By David D. Medina
Stahle Vincent ’72 was among the first African-Americans to play football at Rice and was the first black quarterback in the Southwest Conference. Despite his many accomplishments as a student-athlete, he was ready to quit Rice in his junior year after injuring his arm.
But then he started receiving a barrage of congratulatory letters from teachers, athletes and administrators from around the state. He especially remembered one from an athlete who praised him for making it “cool to be a good student and a good athlete.”
That letter convinced Vincent to stay at Rice. “I realized it was not just about me,” he said. And thanks to that letter, Vincent now encourages his fellow alumni to extend a hand to current athletes “because it’s hard to be a student at Rice and it’s doubly hard to be a student-athlete.”
(From left) Darryl “Doc” King, Goya Qualls, Joseph Callier, Lola Tyler (widow of Mike Tyler), Merritt Robinson, Willis Wilson and Stahle Vincent display their souvenirs from the Trailblazers celebration. Wanna Hadnott also attended the event but was unable to stay for the photo. (Photo by Ray Redding/Texas Redd Images)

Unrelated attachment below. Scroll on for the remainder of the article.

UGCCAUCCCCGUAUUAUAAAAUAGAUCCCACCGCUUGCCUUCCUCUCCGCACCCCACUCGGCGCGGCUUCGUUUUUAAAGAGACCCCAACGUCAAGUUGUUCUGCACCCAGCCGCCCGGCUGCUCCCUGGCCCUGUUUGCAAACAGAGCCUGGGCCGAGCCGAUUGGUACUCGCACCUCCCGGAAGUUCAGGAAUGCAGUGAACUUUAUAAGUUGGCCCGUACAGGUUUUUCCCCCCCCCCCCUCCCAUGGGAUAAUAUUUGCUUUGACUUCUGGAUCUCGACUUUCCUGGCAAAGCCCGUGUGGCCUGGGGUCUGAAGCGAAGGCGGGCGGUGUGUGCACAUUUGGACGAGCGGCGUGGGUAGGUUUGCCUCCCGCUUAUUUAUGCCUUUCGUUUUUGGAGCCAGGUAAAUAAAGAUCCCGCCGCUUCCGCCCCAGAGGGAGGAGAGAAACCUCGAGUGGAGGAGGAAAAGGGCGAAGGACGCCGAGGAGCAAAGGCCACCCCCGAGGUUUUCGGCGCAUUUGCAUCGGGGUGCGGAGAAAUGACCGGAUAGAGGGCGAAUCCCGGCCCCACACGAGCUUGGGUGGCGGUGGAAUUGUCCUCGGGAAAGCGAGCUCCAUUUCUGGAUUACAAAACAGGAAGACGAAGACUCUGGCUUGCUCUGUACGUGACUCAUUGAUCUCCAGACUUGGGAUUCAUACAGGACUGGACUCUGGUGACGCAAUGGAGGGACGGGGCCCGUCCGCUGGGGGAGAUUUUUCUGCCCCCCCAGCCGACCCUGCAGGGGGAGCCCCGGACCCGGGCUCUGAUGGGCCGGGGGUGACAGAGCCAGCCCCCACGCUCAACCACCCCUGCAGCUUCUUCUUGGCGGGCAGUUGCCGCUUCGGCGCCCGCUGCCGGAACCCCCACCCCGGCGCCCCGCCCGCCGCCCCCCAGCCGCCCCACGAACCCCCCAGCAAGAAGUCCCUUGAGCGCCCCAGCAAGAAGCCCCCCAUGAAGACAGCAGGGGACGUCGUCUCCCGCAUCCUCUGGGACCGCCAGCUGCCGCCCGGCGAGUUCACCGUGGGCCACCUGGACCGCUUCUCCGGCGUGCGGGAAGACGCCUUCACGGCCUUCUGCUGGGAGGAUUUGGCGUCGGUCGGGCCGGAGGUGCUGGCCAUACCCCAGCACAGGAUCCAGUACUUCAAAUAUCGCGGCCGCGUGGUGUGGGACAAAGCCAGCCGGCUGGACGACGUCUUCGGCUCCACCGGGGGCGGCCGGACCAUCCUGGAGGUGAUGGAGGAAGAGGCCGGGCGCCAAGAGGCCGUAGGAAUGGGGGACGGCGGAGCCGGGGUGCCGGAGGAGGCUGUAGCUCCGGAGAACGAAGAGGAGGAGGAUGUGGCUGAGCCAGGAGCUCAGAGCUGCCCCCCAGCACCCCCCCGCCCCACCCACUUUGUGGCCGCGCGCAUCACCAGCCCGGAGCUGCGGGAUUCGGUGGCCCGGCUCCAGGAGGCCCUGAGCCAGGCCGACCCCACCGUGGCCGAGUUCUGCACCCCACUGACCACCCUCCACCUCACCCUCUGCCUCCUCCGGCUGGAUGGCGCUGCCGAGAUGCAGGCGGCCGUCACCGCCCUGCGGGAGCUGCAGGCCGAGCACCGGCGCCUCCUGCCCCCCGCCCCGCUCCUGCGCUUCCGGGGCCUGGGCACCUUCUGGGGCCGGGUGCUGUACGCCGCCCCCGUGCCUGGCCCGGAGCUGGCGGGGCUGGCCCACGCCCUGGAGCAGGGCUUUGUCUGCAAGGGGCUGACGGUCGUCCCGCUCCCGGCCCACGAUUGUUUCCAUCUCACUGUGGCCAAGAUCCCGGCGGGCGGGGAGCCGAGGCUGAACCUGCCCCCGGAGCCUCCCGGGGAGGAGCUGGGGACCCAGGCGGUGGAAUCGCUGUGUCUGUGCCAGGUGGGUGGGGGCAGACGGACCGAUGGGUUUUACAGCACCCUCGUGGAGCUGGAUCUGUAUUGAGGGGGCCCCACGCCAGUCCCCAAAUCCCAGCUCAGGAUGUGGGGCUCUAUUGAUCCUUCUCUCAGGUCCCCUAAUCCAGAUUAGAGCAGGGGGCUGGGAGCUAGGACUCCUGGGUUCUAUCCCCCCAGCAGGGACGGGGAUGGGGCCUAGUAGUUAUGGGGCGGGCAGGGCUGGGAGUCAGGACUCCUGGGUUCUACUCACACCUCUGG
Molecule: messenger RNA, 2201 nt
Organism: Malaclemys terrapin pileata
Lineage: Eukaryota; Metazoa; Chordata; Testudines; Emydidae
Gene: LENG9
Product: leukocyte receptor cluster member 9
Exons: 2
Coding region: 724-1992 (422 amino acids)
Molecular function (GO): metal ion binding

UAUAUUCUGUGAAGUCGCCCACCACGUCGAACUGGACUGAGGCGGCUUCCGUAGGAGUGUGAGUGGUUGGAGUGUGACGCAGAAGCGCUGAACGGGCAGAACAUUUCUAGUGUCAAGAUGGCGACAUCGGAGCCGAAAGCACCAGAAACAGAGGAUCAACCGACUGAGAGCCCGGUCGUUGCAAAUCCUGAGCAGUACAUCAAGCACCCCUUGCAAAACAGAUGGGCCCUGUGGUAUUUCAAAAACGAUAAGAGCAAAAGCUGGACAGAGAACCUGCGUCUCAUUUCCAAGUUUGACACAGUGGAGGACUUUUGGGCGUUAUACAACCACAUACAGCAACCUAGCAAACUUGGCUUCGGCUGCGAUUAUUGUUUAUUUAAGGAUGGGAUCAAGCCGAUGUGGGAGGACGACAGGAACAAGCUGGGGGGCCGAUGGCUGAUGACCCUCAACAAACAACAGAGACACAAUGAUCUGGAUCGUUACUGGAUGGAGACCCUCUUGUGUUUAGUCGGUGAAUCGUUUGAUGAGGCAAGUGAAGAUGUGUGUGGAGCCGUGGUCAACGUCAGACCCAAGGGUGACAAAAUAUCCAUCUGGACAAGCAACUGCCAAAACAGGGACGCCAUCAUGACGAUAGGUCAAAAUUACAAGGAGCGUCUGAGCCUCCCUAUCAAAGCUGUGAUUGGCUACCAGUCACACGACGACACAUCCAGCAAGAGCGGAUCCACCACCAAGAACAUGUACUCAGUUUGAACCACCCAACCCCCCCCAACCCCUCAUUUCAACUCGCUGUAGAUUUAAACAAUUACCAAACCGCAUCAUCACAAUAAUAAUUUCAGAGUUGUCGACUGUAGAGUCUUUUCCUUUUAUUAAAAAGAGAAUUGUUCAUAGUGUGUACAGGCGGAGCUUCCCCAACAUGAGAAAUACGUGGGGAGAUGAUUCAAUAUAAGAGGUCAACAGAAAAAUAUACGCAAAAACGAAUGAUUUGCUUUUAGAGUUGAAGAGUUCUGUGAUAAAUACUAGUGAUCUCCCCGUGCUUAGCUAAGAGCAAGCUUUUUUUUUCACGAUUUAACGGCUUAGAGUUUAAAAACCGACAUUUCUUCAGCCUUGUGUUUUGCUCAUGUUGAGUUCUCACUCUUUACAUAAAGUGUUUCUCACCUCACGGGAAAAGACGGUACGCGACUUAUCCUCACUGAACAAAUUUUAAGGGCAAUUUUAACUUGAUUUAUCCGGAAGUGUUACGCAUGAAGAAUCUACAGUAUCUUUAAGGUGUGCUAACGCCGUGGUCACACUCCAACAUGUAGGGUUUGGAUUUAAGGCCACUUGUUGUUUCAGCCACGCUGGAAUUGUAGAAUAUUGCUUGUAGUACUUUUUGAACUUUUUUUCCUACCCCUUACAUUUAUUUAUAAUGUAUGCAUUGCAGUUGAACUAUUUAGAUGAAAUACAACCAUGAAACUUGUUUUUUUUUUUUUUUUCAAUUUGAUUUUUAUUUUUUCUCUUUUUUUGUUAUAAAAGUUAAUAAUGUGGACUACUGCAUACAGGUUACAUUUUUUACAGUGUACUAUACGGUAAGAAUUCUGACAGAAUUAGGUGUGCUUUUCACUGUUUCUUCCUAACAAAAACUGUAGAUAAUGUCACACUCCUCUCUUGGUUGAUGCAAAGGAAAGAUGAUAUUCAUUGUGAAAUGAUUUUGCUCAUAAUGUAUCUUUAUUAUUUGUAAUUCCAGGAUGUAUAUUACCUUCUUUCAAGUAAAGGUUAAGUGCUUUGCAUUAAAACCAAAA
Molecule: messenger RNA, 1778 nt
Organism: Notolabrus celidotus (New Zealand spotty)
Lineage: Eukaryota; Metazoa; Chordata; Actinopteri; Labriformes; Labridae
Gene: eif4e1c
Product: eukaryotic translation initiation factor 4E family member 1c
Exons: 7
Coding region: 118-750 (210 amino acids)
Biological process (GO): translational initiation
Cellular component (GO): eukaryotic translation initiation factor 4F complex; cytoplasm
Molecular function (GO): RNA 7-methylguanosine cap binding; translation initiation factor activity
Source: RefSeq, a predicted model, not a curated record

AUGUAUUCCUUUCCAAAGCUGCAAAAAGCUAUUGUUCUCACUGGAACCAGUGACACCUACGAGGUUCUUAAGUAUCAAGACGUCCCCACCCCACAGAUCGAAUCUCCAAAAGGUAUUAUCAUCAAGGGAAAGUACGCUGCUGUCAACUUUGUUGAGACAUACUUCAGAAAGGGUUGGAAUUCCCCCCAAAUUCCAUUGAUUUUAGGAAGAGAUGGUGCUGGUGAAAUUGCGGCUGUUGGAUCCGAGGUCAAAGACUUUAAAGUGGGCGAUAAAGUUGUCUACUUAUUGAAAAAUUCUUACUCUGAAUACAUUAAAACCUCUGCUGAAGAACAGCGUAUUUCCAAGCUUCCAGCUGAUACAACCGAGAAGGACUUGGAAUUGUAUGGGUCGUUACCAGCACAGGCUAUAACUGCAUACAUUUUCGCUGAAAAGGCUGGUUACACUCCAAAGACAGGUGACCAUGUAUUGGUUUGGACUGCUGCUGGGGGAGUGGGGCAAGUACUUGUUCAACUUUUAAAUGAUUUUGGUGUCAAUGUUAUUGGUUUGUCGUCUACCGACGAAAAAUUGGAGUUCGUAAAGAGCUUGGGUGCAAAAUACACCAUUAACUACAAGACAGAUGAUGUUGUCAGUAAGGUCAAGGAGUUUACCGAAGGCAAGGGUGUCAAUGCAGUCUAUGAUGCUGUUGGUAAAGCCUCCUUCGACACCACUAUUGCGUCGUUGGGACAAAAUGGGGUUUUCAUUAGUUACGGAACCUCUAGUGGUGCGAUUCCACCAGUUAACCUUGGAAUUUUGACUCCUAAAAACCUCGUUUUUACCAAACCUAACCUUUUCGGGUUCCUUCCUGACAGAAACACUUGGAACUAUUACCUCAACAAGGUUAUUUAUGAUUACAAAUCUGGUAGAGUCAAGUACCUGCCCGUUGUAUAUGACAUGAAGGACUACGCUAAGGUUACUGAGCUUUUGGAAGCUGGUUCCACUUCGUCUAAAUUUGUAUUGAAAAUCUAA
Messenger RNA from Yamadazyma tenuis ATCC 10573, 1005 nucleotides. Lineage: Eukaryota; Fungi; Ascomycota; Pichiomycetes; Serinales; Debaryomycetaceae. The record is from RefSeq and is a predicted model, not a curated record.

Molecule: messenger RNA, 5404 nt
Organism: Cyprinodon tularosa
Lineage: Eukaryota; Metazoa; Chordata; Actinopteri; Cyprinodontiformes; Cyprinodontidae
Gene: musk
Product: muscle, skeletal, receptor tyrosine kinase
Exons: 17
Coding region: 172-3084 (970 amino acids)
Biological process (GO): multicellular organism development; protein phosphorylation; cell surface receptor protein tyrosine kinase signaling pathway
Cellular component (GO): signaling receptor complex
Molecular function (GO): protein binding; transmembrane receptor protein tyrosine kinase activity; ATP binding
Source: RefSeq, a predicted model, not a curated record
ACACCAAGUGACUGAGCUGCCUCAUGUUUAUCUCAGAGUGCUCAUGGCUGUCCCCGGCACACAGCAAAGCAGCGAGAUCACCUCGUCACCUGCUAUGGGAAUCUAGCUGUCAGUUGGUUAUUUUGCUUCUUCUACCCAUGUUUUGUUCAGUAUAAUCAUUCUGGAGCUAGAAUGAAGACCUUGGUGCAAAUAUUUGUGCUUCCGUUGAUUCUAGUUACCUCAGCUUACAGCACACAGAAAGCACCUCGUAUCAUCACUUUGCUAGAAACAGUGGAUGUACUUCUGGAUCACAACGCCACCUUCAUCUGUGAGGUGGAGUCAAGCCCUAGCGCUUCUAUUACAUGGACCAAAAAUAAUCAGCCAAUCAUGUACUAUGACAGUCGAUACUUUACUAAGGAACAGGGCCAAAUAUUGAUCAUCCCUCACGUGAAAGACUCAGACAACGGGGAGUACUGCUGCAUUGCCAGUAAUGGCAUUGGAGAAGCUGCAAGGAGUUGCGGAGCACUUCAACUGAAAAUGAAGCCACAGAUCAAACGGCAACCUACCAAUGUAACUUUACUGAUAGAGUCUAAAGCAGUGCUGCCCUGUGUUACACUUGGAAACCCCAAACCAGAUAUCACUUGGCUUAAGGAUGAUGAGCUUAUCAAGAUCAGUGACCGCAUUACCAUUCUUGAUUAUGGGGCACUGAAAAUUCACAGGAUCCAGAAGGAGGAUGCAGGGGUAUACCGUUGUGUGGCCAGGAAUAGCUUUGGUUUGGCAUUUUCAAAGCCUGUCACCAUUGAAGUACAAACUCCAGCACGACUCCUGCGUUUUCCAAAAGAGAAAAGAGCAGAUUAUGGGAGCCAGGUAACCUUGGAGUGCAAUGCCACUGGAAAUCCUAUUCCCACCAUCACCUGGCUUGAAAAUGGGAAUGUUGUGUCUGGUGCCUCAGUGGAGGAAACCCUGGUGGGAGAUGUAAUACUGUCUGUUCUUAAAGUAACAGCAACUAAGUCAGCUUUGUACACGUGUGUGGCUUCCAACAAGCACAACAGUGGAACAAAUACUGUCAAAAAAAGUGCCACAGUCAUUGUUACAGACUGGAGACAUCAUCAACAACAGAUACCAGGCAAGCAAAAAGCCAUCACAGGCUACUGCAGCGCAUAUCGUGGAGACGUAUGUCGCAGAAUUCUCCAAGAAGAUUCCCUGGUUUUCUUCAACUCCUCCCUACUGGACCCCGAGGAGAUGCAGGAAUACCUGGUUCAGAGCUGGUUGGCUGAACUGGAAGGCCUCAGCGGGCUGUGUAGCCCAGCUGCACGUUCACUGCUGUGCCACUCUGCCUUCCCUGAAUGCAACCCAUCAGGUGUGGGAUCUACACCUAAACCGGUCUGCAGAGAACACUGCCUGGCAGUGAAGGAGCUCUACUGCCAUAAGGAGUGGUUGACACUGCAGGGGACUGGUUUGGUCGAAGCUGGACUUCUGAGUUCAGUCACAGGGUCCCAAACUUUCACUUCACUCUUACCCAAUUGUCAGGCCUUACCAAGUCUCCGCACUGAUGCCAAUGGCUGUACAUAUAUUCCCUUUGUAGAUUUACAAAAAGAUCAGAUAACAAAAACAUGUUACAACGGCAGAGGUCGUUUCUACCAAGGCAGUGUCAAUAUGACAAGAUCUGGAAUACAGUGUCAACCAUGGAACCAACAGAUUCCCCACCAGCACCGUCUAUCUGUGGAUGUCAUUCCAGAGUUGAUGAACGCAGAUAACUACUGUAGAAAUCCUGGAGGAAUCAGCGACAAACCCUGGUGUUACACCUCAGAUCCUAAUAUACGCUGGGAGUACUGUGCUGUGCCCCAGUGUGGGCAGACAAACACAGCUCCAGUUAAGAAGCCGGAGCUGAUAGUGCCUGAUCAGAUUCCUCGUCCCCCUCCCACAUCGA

Vincent spoke April 1 at “Celebrating Trailblazers in Rice Athletics,” a dinner in honor of 15 black alumni who were among the first to compete in a sport at Rice. More than 125 people, many of them former and current athletes, attended the dinner in Rice Stadium’s R Room.
The event was part of the yearlong celebration of “50 Years of Black Undergraduate Life at Rice” organized by the President’s Office, the Association of Rice University Black Alumni (ARUBA), the Department of Alumni Relations, Rice Athletics and Public Affairs.
Bobby Tudor ’82, chair of the Rice Board of Trustees, said that black athletes have added tremendously to the quality of life at Rice. “We would not be today what …